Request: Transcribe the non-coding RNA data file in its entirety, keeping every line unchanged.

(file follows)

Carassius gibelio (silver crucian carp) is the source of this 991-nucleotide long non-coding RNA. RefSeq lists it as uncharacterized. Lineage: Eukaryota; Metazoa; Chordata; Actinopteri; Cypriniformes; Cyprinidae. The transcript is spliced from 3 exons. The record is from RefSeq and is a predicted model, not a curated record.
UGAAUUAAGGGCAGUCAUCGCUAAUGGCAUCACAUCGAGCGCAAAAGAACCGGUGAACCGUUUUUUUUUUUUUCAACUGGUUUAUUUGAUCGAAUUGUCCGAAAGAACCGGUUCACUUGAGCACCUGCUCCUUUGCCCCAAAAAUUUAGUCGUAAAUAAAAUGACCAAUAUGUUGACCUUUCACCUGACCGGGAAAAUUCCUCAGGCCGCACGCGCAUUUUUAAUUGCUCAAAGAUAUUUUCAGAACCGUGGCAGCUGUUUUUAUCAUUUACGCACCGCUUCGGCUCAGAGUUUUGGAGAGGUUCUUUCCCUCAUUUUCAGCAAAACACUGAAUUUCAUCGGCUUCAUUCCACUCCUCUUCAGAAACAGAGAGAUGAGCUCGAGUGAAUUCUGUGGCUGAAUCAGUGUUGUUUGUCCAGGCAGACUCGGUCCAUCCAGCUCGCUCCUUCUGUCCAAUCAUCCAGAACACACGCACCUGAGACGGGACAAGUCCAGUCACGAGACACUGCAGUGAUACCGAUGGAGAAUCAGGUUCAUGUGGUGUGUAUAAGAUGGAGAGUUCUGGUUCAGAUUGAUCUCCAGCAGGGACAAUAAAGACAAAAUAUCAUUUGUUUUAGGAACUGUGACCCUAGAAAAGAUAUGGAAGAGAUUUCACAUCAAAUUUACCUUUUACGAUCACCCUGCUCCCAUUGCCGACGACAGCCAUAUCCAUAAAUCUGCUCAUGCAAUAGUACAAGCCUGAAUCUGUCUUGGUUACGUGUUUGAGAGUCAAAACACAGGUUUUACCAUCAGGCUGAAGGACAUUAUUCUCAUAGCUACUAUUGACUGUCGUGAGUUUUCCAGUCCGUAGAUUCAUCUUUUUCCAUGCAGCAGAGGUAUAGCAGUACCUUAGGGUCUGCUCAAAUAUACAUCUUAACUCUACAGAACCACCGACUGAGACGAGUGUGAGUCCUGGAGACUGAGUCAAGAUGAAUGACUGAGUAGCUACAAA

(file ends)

Carassius gibelio (silver crucian carp) is the source of this 991-nucleotide long non-coding RNA. RefSeq lists it as uncharacterized. Lineage: Eukaryota; Metazoa; Chordata; Actinopteri; Cypriniformes; Cyprinidae. The transcript is spliced from 3 exons. The record is from RefSeq and is a predicted model, not a curated record.
UGAAUUAAGGGCAGUCAUCGCUAAUGGCAUCACAUCGAGCGCAAAAGAACCGGUGAACCGUUUUUUUUUUUUUCAACUGGUUUAUUUGAUCGAAUUGUCCGAAAGAACCGGUUCACUUGAGCACCUGCUCCUUUGCCCCAAAAAUUUAGUCGUAAAUAAAAUGACCAAUAUGUUGACCUUUCACCUGACCGGGAAAAUUCCUCAGGCCGCACGCGCAUUUUUAAUUGCUCAAAGAUAUUUUCAGAACCGUGGCAGCUGUUUUUAUCAUUUACGCACCGCUUCGGCUCAGAGUUUUGGAGAGGUUCUUUCCCUCAUUUUCAGCAAAACACUGAAUUUCAUCGGCUUCAUUCCACUCCUCUUCAGAAACAGAGAGAUGAGCUCGAGUGAAUUCUGUGGCUGAAUCAGUGUUGUUUGUCCAGGCAGACUCGGUCCAUCCAGCUCGCUCCUUCUGUCCAAUCAUCCAGAACACACGCACCUGAGACGGGACAAGUCCAGUCACGAGACACUGCAGUGAUACCGAUGGAGAAUCAGGUUCAUGUGGUGUGUAUAAGAUGGAGAGUUCUGGUUCAGAUUGAUCUCCAGCAGGGACAAUAAAGACAAAAUAUCAUUUGUUUUAGGAACUGUGACCCUAGAAAAGAUAUGGAAGAGAUUUCACAUCAAAUUUACCUUUUACGAUCACCCUGCUCCCAUUGCCGACGACAGCCAUAUCCAUAAAUCUGCUCAUGCAAUAGUACAAGCCUGAAUCUGUCUUGGUUACGUGUUUGAGAGUCAAAACACAGGUUUUACCAUCAGGCUGAAGGACAUUAUUCUCAUAGCUACUAUUGACUGUCGUGAGUUUUCCAGUCCGUAGAUUCAUCUUUUUCCAUGCAGCAGAGGUAUAGCAGUACCUUAGGGUCUGCUCAAAUAUACAUCUUAACUCUACAGAACCACCGACUGAGACGAGUGUGAGUCCUGGAGACUGAGUCAAGAUGAAUGACUGAGUAGCUACAAA